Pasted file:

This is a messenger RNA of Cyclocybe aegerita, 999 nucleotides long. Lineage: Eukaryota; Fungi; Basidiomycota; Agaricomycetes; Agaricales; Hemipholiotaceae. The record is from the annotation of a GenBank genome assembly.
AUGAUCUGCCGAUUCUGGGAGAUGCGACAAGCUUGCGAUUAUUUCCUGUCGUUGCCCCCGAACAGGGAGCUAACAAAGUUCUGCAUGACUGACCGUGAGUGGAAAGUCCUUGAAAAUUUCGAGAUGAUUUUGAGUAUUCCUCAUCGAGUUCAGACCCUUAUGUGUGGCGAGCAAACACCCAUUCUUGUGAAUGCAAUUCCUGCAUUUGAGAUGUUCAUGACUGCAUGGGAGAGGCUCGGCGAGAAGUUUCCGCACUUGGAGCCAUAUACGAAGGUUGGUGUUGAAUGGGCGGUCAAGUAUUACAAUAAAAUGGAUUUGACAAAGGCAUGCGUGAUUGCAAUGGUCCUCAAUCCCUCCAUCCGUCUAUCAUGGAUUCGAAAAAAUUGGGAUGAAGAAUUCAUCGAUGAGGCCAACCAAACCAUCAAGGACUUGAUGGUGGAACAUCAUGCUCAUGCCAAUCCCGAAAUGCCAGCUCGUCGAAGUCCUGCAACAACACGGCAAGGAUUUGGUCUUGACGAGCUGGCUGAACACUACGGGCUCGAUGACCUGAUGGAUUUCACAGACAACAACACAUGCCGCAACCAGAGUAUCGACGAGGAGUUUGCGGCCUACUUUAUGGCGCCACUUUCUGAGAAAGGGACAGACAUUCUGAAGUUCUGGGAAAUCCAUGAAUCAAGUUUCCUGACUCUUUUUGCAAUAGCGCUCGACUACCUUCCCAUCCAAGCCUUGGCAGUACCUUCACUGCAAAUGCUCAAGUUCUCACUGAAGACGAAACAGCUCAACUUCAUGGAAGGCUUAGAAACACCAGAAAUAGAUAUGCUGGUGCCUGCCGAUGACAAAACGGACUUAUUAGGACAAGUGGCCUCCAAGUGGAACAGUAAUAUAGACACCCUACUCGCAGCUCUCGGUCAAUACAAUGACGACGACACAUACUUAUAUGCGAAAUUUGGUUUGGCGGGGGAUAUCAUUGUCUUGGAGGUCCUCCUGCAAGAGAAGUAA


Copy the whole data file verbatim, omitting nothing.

This is a messenger RNA of Cyclocybe aegerita, 999 nucleotides long. Lineage: Eukaryota; Fungi; Basidiomycota; Agaricomycetes; Agaricales; Hemipholiotaceae. The record is from the annotation of a GenBank genome assembly.
AUGAUCUGCCGAUUCUGGGAGAUGCGACAAGCUUGCGAUUAUUUCCUGUCGUUGCCCCCGAACAGGGAGCUAACAAAGUUCUGCAUGACUGACCGUGAGUGGAAAGUCCUUGAAAAUUUCGAGAUGAUUUUGAGUAUUCCUCAUCGAGUUCAGACCCUUAUGUGUGGCGAGCAAACACCCAUUCUUGUGAAUGCAAUUCCUGCAUUUGAGAUGUUCAUGACUGCAUGGGAGAGGCUCGGCGAGAAGUUUCCGCACUUGGAGCCAUAUACGAAGGUUGGUGUUGAAUGGGCGGUCAAGUAUUACAAUAAAAUGGAUUUGACAAAGGCAUGCGUGAUUGCAAUGGUCCUCAAUCCCUCCAUCCGUCUAUCAUGGAUUCGAAAAAAUUGGGAUGAAGAAUUCAUCGAUGAGGCCAACCAAACCAUCAAGGACUUGAUGGUGGAACAUCAUGCUCAUGCCAAUCCCGAAAUGCCAGCUCGUCGAAGUCCUGCAACAACACGGCAAGGAUUUGGUCUUGACGAGCUGGCUGAACACUACGGGCUCGAUGACCUGAUGGAUUUCACAGACAACAACACAUGCCGCAACCAGAGUAUCGACGAGGAGUUUGCGGCCUACUUUAUGGCGCCACUUUCUGAGAAAGGGACAGACAUUCUGAAGUUCUGGGAAAUCCAUGAAUCAAGUUUCCUGACUCUUUUUGCAAUAGCGCUCGACUACCUUCCCAUCCAAGCCUUGGCAGUACCUUCACUGCAAAUGCUCAAGUUCUCACUGAAGACGAAACAGCUCAACUUCAUGGAAGGCUUAGAAACACCAGAAAUAGAUAUGCUGGUGCCUGCCGAUGACAAAACGGACUUAUUAGGACAAGUGGCCUCCAAGUGGAACAGUAAUAUAGACACCCUACUCGCAGCUCUCGGUCAAUACAAUGACGACGACACAUACUUAUAUGCGAAAUUUGGUUUGGCGGGGGAUAUCAUUGUCUUGGAGGUCCUCCUGCAAGAGAAGUAA